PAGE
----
When making next year’s soybean variety decisions, know your fields, recognize potential disease issues, do your variety homework and optimize your agronomy to get the best yields possible.
Soybean variety selection is the first decision you make when planning soybean production for next season and that decision is usually made the summer and fall before. But this is a very hard decision to make. I have been an agronomist for a long time, and a farmer for a shorter period of time, and have never been able to totally figure out how to make the perfect decision. I recognize that selection is somewhat of a gamble and we have to rely on our seedsmen to give us the best advice possible because they know their genetics.
However, two things are true: the newest genetics don’t always outyield the older genetics (variety plot results don’t automatically transfer to the same results on your farm) and almost all brands are substantially equal—meaning each will come out on top part of the time and fall to the bottom part of the time. Nevertheless, it is important to at look at yield performance since companies have data from multiple sites and years that show how stable or consistent yield performance is. But equally important is a variety’s defensive package and soil placement.
Soybean yield is very variable and it all comes down to the number of seed-bearing pods per plant and per acre. Since soybeans produce many more flowers and pods than they fill out, every soybean variety has the possibility of seeing a record yield. The key to getting them to keep those pods means having the right defensive package and management practices to minimize stress and optimize growing opportunity. Today I tend to focus less on the variety and more on the management practices—this is where the opportunity to increase yields exists.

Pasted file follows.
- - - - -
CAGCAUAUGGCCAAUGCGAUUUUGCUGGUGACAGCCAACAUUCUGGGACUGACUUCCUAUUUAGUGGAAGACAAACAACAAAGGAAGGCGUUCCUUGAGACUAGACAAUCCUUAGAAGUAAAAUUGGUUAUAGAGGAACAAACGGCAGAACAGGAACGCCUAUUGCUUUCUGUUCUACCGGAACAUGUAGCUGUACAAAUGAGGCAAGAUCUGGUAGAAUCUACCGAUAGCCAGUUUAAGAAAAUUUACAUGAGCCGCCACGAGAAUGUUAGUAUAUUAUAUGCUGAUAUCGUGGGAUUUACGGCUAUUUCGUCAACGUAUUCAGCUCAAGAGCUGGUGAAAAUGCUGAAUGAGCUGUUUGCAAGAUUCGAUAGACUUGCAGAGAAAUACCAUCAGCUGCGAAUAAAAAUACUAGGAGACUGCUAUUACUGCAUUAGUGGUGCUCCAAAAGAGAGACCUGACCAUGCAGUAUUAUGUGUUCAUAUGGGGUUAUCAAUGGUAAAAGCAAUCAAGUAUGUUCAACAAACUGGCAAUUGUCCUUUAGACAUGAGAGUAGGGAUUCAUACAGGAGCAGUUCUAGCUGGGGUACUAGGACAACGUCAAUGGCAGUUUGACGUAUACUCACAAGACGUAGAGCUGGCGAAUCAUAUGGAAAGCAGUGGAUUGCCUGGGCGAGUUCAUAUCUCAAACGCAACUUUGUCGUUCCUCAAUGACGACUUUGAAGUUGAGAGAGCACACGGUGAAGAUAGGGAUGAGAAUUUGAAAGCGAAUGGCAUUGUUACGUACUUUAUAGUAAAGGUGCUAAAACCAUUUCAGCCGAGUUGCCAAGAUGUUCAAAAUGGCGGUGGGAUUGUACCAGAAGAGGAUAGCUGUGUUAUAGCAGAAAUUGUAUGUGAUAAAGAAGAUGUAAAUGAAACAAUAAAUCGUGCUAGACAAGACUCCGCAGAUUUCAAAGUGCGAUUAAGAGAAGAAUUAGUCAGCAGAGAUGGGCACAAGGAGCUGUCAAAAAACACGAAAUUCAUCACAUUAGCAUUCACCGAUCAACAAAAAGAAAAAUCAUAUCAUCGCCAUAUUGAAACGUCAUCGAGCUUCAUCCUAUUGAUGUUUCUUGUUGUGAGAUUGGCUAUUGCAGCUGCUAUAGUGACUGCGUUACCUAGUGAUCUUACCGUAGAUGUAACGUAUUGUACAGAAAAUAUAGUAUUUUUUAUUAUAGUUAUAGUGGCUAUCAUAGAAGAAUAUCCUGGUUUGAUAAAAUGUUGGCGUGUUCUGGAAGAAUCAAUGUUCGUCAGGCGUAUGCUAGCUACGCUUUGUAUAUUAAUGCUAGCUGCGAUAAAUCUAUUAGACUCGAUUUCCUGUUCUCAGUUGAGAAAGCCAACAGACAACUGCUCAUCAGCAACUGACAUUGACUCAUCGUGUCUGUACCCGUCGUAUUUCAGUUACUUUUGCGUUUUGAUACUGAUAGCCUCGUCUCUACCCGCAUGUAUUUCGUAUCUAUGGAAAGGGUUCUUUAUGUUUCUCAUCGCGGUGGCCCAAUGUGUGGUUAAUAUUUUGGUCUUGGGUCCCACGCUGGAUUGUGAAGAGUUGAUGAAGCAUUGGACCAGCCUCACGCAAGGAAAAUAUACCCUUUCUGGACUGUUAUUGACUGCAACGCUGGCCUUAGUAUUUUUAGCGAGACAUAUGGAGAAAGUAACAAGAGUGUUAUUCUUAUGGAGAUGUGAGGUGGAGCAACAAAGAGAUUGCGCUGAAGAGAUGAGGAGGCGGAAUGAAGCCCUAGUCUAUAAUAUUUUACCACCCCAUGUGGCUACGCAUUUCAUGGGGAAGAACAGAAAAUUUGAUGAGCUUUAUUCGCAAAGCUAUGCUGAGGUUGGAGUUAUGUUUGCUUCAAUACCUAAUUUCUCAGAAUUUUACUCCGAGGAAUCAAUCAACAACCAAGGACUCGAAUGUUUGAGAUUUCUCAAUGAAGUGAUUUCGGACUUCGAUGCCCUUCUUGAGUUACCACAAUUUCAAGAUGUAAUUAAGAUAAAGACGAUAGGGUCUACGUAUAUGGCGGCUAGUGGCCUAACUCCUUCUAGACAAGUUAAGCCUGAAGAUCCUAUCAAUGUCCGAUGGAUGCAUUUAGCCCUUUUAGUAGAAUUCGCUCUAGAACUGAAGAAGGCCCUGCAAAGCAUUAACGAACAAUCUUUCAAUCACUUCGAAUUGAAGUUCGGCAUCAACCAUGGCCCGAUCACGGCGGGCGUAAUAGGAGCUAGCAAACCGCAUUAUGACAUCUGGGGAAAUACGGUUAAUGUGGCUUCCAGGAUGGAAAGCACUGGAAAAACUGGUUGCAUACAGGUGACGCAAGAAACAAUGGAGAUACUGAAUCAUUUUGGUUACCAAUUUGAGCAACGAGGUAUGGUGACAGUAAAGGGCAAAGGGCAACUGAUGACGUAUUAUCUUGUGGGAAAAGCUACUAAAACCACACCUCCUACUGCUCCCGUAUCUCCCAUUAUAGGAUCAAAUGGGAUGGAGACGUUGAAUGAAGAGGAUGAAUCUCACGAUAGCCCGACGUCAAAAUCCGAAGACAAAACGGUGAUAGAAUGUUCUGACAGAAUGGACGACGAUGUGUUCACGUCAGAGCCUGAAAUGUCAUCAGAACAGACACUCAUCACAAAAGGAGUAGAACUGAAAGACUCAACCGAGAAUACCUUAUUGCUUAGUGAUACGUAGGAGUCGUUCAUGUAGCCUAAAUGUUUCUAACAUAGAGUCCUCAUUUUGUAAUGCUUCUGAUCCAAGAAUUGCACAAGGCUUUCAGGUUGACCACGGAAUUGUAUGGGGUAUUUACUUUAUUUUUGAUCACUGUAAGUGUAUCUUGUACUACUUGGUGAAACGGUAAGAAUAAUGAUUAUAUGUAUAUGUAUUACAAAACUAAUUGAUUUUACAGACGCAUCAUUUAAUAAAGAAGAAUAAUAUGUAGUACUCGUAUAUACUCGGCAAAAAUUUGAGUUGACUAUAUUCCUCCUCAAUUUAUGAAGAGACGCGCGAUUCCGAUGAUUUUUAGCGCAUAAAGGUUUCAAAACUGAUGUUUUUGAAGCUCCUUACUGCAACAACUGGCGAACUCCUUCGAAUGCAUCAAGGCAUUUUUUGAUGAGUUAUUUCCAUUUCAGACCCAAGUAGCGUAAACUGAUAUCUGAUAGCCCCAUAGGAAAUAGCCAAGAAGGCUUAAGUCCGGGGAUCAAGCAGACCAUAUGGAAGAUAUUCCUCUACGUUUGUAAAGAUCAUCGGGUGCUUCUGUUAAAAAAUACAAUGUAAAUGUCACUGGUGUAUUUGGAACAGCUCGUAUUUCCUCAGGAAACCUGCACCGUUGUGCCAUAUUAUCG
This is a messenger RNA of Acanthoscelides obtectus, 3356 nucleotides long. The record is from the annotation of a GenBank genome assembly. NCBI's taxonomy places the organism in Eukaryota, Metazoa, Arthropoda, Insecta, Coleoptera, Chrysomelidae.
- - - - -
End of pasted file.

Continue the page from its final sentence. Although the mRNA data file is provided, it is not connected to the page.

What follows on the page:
So what are the key steps to variety selection?
- Focus on proven yield.
- Don’t be brand loyal.
- Evaluate the defensive packages and how they compare to disease pressure you experienced this season.
- Look at field and soil placement. You have only one chance to get variety selection right so make sure the variety matches your soil and landscape conditions. Match up traits on a field-by-field basis.
- Plant a range of maturities. Unexpected short heat waves or dry periods for one or two weeks during July or August will impact maturities differently.
While agronomy is probably the key to high yields, don’t shortchange variety selection and placement.
Agronomist Daniel Davidson, Ph.D., posts blogs on agronomy-related topics. Feel free to contact him at firstname.lastname@example.org or ring him at 402-649-5919.